I bounced back from my first disastrous job at Brewburger (See My Worst Jobs, Part 3), and from my near-death experience in Long Island College Hospital from a collapsed lung that blossomed into double pneumonia (I was a patient there for 23 days). While I was in the hospital, on July 5th, 1977, I watched as the lights of the World Trade Center, and every building across the river and all around me, blinked off. Within a few hours massive looting broke out in the city, and they had to re-open The Tombs to hold the three thousand arrestees. The lights came back a couple of days later. At the worst of it, the hospital was around 103 degrees.

Click to enlarge. July, 1977 - By the time this was taken, it was was no longer touch and go after a collapsed lung devolved into double pneumonia (which the first resident diagnosed as T.B.!) I recovered from double pneumonia after a week, and the pneumothorax was cured in two days once they realized they hadn't actually put the chest tube in the right place. They realized this 20 days in to my 23 day hospital stay. I did not file a lawsuit.

After a week of recovery at home, it was time to hit the job trail again. I grabbed a copy of The Village Voice and New York Times and started firing off resumes and pounding the streets. The letters and resumes: crickets. You were competing with Ivy League grads and their impressive resumes filled with prestigious internships and lists of community services and awards for even lowliest jobs at book publishers.

The silence from potential employers was deafening. I heard nothing back, and received a ream of polite mimeographed turndowns. In September, 1977, after a month of fruitless searching, I received two phone calls and one letter--all on the same day. The first was an offer from a publisher of adult fiction. I would receive a dollar a page for writing pulp porn. They would furnish a bare-bones plotline and list of characters, and after that, it was up to you. You would essentially write a book a week for a couple of hundred dollars.

The second offer of employment was with an adult "novelties" manufacturer and distributor. The job was manning the complaint desk and fielding phone calls , and mostly letters, from their consumers. Their largest product lines were dildos, "restraint devices," blow-up dolls, and a line of scented lubricants. My job would be to answer complaints and negotiate refunds and exchanges for defective merchandise for $2.35 an hour.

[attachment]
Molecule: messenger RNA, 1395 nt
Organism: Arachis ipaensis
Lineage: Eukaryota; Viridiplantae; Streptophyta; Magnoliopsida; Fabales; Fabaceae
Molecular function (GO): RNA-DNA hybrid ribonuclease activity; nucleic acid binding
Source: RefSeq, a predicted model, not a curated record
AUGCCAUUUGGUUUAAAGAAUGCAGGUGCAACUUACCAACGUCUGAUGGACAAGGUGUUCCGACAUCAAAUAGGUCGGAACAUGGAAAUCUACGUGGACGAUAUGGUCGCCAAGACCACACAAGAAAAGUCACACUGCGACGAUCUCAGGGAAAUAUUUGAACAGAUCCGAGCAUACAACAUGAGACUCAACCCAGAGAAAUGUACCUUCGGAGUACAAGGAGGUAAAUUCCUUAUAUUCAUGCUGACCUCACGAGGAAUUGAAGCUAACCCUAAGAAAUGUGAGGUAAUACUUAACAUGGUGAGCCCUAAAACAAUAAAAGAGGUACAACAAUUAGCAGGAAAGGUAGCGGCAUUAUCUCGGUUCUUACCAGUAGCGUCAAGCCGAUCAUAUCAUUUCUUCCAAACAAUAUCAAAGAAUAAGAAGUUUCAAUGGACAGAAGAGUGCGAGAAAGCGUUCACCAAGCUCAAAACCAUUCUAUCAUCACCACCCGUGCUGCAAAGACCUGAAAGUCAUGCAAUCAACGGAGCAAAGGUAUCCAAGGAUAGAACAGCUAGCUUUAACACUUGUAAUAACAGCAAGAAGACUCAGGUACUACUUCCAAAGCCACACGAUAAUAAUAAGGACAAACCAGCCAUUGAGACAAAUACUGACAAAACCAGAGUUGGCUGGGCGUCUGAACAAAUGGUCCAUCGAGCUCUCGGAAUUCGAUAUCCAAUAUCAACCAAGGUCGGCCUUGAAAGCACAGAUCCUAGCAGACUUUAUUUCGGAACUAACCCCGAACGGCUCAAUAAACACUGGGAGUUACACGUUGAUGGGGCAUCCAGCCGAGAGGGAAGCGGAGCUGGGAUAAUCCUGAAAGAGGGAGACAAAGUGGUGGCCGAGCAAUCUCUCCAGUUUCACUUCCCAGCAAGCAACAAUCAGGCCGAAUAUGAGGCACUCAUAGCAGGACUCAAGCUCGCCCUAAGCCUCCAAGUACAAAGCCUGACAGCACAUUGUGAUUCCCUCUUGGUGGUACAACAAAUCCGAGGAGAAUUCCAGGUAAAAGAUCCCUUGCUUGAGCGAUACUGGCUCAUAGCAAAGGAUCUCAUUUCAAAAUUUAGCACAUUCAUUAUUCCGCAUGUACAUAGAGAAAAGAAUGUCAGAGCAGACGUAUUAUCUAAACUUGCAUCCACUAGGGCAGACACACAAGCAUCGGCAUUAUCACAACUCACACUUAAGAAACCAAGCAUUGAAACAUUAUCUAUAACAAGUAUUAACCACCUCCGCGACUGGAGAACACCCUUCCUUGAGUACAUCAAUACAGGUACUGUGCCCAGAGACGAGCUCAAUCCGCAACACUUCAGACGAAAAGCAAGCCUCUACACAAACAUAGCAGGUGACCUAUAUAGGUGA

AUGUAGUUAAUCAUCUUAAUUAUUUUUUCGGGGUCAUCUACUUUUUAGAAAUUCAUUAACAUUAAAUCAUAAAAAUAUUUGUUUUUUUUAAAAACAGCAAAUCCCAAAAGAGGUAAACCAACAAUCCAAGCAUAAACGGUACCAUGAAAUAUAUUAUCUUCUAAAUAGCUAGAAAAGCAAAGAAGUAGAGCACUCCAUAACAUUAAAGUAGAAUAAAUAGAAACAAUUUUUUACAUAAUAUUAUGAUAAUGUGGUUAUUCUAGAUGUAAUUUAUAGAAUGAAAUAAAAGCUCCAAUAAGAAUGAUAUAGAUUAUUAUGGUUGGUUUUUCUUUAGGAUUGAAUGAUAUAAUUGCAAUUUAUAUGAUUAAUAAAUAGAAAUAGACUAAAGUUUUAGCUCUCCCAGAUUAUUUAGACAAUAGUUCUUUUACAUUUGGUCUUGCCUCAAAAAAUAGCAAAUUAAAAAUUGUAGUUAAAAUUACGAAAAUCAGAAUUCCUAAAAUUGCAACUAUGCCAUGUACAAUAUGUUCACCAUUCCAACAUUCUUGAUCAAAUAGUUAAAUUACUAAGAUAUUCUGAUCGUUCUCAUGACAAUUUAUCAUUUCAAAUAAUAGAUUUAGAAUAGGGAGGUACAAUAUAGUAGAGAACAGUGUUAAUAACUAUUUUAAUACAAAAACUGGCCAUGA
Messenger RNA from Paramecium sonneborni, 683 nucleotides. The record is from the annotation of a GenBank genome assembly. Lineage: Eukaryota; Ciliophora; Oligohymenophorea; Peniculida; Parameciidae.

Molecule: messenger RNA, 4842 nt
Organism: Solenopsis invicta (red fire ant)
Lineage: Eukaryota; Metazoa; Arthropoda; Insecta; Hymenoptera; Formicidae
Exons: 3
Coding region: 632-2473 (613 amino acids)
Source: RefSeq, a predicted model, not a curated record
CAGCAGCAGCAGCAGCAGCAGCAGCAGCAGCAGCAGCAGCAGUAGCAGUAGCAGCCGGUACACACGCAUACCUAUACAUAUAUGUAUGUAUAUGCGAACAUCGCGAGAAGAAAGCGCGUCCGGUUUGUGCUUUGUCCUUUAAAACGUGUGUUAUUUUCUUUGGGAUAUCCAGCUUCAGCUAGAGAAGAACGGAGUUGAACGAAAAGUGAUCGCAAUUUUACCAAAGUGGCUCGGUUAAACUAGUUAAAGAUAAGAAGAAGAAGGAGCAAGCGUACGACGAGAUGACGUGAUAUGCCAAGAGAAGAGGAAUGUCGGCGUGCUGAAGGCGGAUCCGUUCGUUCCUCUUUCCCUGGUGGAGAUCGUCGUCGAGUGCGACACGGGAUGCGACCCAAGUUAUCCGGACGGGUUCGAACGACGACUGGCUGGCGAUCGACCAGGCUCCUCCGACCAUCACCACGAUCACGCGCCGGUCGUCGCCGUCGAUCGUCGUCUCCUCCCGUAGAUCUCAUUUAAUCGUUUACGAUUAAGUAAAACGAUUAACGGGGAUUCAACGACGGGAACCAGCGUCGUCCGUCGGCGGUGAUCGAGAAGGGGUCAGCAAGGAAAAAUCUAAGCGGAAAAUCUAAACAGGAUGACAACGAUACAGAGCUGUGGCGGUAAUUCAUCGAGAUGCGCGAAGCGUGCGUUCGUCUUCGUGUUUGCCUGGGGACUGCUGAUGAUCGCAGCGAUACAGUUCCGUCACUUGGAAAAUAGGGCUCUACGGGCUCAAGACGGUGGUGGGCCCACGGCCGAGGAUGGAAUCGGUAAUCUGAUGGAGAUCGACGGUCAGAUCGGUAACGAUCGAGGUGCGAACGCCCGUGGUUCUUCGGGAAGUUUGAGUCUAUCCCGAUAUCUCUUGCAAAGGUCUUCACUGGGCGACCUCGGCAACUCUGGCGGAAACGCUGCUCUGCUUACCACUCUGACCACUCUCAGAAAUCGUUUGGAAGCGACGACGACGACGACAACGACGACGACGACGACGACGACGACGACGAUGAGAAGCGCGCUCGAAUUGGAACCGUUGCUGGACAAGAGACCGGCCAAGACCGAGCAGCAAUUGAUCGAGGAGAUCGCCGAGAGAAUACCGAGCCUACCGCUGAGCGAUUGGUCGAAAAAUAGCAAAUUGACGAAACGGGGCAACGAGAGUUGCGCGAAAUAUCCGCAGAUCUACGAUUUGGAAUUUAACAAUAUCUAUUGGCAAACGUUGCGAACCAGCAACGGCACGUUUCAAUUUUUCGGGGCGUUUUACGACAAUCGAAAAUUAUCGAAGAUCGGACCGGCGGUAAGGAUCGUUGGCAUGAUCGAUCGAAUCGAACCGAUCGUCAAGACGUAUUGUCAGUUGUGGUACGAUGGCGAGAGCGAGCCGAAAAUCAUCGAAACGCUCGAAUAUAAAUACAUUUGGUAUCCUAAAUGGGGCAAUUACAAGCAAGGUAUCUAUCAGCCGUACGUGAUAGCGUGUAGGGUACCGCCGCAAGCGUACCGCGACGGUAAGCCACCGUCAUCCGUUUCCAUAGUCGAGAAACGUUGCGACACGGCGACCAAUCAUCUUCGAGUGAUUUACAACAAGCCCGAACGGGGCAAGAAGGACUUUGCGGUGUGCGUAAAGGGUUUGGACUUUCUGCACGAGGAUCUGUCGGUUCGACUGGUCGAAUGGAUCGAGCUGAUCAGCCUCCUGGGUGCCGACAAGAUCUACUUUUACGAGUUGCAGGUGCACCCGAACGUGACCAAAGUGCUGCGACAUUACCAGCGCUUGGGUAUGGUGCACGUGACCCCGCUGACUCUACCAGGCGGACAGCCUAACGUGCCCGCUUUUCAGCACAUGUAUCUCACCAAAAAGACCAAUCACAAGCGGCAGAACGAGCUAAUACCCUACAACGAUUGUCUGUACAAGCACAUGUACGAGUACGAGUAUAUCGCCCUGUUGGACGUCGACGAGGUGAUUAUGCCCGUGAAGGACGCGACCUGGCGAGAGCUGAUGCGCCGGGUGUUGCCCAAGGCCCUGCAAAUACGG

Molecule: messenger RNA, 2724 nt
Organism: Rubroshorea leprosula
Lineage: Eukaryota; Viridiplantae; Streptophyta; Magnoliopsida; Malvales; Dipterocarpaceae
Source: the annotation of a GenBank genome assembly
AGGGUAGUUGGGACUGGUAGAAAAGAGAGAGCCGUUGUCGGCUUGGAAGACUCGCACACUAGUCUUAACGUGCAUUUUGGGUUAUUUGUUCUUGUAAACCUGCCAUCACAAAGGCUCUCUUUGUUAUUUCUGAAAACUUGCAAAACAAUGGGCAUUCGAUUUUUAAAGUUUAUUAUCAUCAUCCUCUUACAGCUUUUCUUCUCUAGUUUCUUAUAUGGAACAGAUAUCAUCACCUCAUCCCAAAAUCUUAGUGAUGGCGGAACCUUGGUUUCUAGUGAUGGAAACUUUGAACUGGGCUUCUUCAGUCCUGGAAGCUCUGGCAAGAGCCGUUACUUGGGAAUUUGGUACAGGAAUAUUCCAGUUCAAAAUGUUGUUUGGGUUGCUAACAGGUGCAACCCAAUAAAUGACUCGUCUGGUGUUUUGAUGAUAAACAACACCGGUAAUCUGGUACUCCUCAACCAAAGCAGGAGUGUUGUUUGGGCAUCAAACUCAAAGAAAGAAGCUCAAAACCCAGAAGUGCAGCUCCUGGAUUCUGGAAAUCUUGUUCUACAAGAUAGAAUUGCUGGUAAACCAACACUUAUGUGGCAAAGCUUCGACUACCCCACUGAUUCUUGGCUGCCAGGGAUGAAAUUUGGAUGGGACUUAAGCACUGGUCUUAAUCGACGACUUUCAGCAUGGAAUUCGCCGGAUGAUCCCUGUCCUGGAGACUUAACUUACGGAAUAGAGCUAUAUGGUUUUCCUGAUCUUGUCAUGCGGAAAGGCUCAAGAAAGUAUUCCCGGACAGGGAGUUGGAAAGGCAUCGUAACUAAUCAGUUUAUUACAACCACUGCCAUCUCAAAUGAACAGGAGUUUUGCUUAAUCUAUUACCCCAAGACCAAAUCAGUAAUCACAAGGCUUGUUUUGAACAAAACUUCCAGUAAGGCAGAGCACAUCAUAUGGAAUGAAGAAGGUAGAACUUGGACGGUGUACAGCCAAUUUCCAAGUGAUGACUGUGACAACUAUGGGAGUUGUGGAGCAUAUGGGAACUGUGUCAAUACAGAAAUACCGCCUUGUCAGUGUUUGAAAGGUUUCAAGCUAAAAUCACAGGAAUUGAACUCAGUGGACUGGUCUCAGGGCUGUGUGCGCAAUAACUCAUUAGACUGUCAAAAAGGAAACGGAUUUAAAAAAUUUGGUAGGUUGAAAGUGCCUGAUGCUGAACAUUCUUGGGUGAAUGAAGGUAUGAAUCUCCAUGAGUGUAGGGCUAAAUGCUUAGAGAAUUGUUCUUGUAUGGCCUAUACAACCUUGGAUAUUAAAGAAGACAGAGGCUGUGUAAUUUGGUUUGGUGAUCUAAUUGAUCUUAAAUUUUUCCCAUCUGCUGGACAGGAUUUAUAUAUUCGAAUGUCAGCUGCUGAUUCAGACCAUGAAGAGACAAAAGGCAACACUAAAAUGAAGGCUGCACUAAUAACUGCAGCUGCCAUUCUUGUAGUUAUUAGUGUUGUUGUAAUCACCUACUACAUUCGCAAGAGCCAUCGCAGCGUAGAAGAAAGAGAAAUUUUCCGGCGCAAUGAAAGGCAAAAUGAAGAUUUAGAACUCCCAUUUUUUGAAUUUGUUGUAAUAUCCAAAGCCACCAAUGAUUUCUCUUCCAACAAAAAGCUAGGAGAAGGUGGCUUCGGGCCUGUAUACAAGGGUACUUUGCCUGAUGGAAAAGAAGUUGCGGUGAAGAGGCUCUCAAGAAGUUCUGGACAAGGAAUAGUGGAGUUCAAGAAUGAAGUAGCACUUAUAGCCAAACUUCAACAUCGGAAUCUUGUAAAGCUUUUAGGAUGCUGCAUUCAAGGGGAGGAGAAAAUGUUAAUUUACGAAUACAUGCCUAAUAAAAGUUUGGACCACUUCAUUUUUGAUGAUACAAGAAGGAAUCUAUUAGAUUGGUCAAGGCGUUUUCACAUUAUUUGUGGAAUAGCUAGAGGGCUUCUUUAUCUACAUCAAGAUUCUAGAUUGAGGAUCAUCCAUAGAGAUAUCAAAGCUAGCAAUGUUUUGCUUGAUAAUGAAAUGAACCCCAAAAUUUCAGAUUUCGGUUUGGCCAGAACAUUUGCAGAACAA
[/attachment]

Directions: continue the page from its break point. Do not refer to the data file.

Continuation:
The third job offer came from a famous music publisher in the East Village near Broadway, Washington Square Park, and NYU, right across from Cooper Union, and just a couple blocks north of CBGB--Carl Fischer, Inc.

I did the sensible, but foolish thing. And along the way, I met some great friends like Pinky! and Cheryl, Neil Clegg, Crazy Richie, Fuzzy, Susan Ward nee Lurie, Dot Melin nee Jennin, Jim and Pamela Ahlberg, DelRoy, and Mary Farmer. And, in the end, probably missed out on a thousand hilarious stories at the novelty factory. I took the job at The Fish. It was a union job (the AFL-CIO Motion Picture Workers) and paid just under $10,000 a year.

Next up: The Fish, Part 2 -- How Fuzzy (aka Dwight Henry Thompson) taught a hillbilly boy from Seattle the ropes; how we came to be known at The Fish as White Dwight and N***er John. Fuzzy introduced me to Joey Ramone, Klaus Naomi, the poets Ted Berrigan, Tuli Kupferberg, and Allen Ginsberg. And mafia strip clubs, leather and S & M bars, gorgeous transvestites, the joys of chasing down anisette with Rolling Rock, and various other excesses and experiments, about which, more later. I think The Fish story may be good for about five installments...when you work with that many wacky people in a really strange company for four years, something pretty interesting will shake out. And it did.

Thursday, March 12, 2009

A Keith Haring mural on Houston Street on NYC's lower east side (early '80s)

I'm pretty sure this photo was taken by Jan Newberry or Miya Ramsay, although I don't remember either of them having a Polaroid Land Camera. I have the original Polaroid, but no one has written on it. It was stapled to a postcard or something and mailed to me from San Francisco, according to the postmark. In 1982 I was living in Seattle, just after leaving NYC and Europe, and before moving to San Francisco. So, someone took the pic. in NYC, and mailed it to me from SF? That would make Jan the likely photographer.

When we lived in NYC, you could still see Keith Haring and Basquiat doing graffiti on the street and subways. Haring used to do chalk drawings several days a week on these black panels in Times Square Station, which I passed through on my way to my job in the village. I saw him a couple of times drawing with chalk on the wall. Had people realized those drawings would one day be worth tens of thousands of dollars, they would have probably removed the walls.